The Lumen Christi Institute for Catholic Thought was founded by Catholic scholars at the University of Chicago in 1997 to bring the light of Christ and the Catholic intellectual and spiritual tradition to the secular academy and the general public. On this station we make available our many lectures and programs, as well as interviews with visiting scholars.
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David Meconi S.J. - Ambrose and Augustine on Christian Holiness
While Saints Ambrose and Augustine never define Christian holiness, this was the pursuit that fueled all of their writings, all of their sermons, and directed their everyday lives. By examining the writings of these two pillars of the Western Church, today's talk seeks to show how Ambrose and Augustine understood holiness and what that might mean for our lives today.
Originally presented as a live webinar April 17th, 2021. Presented by the Lumen Christi Institute and the Bollandist Society as part of a webinar series on the saints.
Hosffman Ospino - Teaching Catholic Doctrine en Español
Language matters, and it matters much when sharing the best of our faith convictions with one another. Without language there is no communication, understanding or community. Sharing faith in the United States of America in an increasingly Hispanic church demands that we take questions associated with language seriously. Nearly fifteen million Catholics in the U.S. are Spanish-speaking immigrants. Many are raising their children “in Spanish.” Even though the vast majority of Hispanics are U.S. born and English-speaking, Spanish constantly shapes their cultural and religious imagination. In this presentation, we will reflect on the intersectionality of language, culture and religious identity among U.S. Hispanic Catholics at the time of sharing the faith and reflect theologically. To teach Catholic doctrine “en español,” literally or metaphorically, is an invitation to embrace the many creative ways in which God calls us to be church in the twenty-first century.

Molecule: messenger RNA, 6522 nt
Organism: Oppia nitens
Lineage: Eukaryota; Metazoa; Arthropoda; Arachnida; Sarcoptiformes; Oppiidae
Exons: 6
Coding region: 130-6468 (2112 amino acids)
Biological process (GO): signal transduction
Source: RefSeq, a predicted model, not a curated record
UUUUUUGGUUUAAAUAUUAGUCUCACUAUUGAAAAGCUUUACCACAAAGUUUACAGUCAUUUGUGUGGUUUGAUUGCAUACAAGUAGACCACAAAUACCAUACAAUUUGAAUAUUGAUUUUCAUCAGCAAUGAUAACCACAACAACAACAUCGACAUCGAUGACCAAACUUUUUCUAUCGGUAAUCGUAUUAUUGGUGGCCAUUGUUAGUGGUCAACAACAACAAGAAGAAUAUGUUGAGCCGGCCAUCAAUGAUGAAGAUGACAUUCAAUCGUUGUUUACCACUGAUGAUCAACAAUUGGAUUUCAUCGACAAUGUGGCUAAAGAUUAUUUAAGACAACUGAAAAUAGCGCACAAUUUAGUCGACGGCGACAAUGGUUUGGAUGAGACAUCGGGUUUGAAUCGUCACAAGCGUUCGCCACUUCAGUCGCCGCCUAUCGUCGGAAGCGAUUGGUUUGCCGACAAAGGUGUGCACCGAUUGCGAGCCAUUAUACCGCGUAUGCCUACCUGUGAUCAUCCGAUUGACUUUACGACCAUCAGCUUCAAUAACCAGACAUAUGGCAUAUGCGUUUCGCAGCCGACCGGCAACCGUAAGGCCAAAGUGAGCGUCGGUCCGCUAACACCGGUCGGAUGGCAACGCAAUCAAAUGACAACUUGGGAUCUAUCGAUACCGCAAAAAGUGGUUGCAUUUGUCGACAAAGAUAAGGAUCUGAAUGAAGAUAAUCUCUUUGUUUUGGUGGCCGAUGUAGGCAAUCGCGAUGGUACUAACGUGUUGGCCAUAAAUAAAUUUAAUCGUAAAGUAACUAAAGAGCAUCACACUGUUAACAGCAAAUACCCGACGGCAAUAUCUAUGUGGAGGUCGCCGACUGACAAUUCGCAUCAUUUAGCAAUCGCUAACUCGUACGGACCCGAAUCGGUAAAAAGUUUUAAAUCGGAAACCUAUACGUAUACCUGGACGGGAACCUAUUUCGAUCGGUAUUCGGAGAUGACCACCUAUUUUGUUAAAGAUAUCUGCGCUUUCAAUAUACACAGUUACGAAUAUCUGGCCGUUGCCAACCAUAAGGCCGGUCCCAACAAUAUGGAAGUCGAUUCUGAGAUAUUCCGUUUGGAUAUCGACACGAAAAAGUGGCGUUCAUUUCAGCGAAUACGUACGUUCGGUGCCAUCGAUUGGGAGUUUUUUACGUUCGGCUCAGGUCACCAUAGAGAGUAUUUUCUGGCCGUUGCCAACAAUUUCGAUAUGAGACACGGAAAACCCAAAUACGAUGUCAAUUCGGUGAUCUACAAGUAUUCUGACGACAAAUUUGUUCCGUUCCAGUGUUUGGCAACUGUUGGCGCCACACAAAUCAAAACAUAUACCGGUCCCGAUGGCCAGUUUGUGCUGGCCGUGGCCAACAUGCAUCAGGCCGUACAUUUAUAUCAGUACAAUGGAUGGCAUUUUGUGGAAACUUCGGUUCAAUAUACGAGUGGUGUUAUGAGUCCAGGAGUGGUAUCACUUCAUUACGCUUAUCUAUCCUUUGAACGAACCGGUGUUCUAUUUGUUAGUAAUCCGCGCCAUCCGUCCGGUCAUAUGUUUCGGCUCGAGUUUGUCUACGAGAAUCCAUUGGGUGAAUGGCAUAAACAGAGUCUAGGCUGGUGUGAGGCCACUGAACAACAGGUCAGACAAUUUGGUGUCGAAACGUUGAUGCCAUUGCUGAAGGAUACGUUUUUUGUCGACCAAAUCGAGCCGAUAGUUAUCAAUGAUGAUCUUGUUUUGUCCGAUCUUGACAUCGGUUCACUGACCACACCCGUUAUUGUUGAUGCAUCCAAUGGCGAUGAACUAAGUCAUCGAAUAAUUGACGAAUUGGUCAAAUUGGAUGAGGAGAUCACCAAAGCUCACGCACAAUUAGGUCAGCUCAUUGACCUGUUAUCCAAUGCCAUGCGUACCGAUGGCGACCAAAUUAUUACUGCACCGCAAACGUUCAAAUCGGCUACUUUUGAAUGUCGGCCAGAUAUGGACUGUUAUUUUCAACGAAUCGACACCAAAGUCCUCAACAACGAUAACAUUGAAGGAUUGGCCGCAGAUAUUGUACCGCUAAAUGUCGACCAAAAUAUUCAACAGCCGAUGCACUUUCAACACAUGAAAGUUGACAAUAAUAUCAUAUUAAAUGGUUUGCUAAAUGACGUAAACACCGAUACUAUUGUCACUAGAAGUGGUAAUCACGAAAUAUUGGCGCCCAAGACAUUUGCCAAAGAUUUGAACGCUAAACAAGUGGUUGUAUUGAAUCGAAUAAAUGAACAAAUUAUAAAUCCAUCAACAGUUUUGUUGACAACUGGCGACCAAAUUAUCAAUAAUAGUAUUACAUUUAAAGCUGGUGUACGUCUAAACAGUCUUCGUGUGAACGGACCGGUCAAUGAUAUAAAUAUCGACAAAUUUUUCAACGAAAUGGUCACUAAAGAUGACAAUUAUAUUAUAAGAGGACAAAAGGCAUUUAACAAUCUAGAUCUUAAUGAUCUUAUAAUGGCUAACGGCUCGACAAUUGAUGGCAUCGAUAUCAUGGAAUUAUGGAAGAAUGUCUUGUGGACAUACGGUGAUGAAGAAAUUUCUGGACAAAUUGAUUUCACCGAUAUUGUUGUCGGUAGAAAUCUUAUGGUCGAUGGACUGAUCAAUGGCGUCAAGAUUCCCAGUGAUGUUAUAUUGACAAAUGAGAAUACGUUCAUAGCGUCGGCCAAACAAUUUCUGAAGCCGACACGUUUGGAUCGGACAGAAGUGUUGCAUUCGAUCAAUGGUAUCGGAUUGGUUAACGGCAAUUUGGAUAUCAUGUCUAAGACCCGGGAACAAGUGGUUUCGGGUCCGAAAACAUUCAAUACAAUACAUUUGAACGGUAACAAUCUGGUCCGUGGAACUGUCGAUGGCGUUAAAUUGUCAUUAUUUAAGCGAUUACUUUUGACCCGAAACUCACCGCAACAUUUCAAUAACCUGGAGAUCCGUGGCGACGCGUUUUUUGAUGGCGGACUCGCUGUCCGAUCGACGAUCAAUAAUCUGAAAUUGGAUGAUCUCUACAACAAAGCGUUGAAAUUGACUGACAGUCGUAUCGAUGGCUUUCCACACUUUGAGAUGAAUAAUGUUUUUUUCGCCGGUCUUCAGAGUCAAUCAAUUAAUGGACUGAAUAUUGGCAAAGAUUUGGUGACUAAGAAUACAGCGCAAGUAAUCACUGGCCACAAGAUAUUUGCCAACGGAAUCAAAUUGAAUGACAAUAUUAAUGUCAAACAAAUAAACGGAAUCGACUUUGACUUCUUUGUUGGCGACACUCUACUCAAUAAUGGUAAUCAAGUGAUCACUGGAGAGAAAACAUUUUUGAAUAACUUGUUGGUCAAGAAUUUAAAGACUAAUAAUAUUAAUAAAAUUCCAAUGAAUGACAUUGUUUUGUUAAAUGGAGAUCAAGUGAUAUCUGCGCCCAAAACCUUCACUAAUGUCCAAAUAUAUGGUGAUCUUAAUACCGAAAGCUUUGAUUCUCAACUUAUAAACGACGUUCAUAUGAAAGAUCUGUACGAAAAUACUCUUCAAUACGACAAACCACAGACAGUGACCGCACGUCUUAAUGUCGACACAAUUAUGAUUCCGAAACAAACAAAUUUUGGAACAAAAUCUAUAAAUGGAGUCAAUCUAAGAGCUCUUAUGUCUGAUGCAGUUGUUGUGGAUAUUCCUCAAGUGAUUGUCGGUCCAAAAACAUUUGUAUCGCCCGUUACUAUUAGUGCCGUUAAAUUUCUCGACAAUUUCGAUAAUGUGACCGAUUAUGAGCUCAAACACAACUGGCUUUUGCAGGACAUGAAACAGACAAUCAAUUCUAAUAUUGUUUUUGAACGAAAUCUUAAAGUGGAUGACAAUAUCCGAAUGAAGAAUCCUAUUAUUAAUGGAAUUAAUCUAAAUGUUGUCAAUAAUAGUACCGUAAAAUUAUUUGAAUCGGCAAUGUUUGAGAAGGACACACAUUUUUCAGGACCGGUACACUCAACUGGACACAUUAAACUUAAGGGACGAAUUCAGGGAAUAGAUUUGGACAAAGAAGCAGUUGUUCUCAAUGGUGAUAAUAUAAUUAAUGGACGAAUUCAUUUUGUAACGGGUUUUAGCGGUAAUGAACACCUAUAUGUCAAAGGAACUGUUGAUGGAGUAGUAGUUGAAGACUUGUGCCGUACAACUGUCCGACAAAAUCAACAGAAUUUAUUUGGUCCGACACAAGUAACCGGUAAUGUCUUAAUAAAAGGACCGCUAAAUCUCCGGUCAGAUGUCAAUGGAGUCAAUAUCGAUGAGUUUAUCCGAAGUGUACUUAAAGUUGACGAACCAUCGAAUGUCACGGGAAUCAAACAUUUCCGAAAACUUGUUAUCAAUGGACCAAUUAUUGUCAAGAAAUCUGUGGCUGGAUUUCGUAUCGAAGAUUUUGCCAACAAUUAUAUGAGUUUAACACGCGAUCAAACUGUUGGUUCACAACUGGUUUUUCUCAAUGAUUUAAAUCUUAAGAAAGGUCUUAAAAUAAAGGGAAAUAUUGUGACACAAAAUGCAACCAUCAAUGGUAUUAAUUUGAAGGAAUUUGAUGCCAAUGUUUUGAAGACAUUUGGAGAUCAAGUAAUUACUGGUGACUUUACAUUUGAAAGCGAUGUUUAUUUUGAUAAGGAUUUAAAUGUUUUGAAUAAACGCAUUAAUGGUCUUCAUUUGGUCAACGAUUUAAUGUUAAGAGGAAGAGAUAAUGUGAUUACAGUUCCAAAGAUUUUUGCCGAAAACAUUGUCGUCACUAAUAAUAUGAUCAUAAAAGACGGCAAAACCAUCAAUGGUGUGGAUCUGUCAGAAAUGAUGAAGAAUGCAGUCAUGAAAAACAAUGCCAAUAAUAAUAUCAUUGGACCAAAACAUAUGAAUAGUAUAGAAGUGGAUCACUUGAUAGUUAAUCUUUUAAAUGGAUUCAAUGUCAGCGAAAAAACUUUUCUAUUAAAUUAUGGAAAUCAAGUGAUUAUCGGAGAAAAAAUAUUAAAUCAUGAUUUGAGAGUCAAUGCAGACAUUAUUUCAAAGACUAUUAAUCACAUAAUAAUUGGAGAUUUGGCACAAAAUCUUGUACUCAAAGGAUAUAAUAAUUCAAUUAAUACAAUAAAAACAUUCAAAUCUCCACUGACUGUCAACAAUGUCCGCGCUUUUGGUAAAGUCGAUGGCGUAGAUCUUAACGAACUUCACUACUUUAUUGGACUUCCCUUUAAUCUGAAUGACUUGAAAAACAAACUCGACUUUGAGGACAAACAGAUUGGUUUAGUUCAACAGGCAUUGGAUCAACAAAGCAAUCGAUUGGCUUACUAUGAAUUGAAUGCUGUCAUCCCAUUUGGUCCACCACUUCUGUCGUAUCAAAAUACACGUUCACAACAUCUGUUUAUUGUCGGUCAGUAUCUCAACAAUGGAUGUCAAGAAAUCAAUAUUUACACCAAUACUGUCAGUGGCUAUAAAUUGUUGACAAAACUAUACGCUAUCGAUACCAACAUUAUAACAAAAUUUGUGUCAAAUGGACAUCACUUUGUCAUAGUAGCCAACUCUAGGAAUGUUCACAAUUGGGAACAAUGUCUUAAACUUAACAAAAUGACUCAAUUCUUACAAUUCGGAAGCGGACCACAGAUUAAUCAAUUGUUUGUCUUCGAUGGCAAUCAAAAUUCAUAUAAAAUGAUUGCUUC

This lecture with Professor Hosffman Ospino (Boston College) was originally presented as a live webinar lecture April 13, 2021. This event is part of a webinar series on Hispanic Theology, made possible by a generous grant from the Our Sunday Visitor Institute.
The Origins of Mass Incarceration: The Courts and the 1960s Criminal Procedure Revolution?
A discussion with Judge Stephanos Bibas (3rd Circuit, Court of Appeals) and William Pizzi (University of Colorado Law School), moderated by Cook County Judge Tom Donnelly.
American principles of justice and equality lead our culture to value the criminal trial as a fair hearing for the accused and vindication for the victims of crime. But the reality of the U.S. justice system falls far short of this ideal, making criminal trials the rare exception amidst a wave of plea bargains. When trials do take place, judges are often forced to impose mandatory sentences that do not fit the unique context of a given case.
Join Judge Stephanos Bibas from the 3rd Circuit Court of Appeals, and author of The Machinery of Criminal Justice (Oxford University Press, 2015), and Professor William Pizzi, as they discuss Pizzi’s new book, The Supreme Court’s Role in Mass Incarceration (Routledge, 2020). Pizzi provocatively argues that the Supreme Court’s attempts to expand defendants’ rights in the 20th century unexpectedly led to the mass incarceration crisis today. He points to Canada as a beacon of hope, where an unelected, professional judiciary customizes sentences to fit the actual case. Unlike American courts, where judges are forced by repeat-offender laws to sentence defendants to decades for a minor offense, Canada's judiciary freely metes out proportionate sentencing.